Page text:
Steve: Okay, that’s a fantastic perspective, and that’s where I see us ending up Andy. So, I try and as I look to wrap up, kind of ask that crystal ball question of where we’re looking going forward. Then I’d like to ask a question of I guess on the show, what would have been your advice if you’d have had the time machine to kind of go back, and I’ll pick 30 years ago, as you were starting Rocket, what advice would you have given to the 30 years younger Andy Youniss as he was looking to sort of found Rocket and start things out, what would be your advice to your younger self?
Andy: My answer is have more conviction about what you’re doing, again, we started this mainframe company in an era where everybody was focused on other things. It took us a while to really have the confidence to say, “You know what? We absolutely love the mainframe.” Our customers knew that, our employees knew that, our friends at IBM knew that, but we really didn’t tell that story loudly; but we have recently.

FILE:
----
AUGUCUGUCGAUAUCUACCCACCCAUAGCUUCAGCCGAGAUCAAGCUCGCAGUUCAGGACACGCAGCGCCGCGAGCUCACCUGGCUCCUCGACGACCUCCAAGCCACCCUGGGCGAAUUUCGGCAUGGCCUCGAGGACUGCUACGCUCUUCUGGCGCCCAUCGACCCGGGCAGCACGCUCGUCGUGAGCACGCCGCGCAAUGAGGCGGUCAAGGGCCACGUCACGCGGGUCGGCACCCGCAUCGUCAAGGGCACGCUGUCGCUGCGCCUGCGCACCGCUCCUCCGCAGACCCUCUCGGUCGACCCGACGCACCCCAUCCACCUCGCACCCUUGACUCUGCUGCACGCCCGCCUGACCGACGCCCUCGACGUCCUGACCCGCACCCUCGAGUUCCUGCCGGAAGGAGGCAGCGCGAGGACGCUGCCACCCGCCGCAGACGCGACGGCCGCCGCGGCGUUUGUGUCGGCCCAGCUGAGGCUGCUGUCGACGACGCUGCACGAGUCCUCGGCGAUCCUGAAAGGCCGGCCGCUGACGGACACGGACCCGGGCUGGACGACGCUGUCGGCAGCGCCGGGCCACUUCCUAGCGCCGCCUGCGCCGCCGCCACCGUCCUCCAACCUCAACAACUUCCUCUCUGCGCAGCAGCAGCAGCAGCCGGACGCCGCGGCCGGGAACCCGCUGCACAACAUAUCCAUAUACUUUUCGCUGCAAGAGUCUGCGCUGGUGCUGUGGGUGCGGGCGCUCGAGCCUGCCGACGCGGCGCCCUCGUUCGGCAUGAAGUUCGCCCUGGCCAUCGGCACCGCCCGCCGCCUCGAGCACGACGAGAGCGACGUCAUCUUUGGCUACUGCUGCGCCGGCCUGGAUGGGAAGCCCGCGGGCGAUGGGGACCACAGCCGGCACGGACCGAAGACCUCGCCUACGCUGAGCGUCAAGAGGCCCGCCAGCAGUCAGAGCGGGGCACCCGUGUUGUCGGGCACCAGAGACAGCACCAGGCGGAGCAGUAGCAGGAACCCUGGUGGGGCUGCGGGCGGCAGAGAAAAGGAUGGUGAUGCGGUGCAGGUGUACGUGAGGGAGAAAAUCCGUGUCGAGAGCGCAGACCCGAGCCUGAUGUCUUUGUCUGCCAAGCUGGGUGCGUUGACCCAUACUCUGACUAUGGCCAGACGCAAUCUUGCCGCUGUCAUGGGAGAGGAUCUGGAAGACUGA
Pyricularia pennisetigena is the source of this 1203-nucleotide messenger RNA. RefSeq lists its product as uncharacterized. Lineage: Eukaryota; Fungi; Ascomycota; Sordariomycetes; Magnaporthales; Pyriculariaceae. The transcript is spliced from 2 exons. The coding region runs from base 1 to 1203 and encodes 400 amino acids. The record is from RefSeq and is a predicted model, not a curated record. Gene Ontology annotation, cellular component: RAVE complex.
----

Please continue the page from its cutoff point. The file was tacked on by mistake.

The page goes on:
We absolutely love the mainframe, we love the mainframe customers, we love the mainframe community, and we’re not afraid to say that. I think if we had that confidence and conviction to say that 20 years ago, 25 years ago, that would be the advice I would give my younger self, like we knew it, we knew this was the right place to be. We knew this was the right place to make our investment, we were kind of quiet about it for a little bit too long, and now we’re not afraid, we’re not bashful about it. We love the mainframe, we love the mainframe space, and we’re going to do everything we can to continue this journey that we’re on to make the mainframe this first class participant in every IT discussion and every business around the world.
Steven: Andy in that last answer, you probably encapsulated everything I would have said in wrap up for our conversation today. That love of the mainframe platform, the desire for that to exist in an open source community and for us to plan forward to bring new people into this platform and enjoy working on the platform as much as you’ve obviously enjoyed it over the last three plus decades.
Andy it’s been absolutely spectacular to talk to you today, really enjoyed our 30 minute conversation. Is there anything you’d say as we wrap up?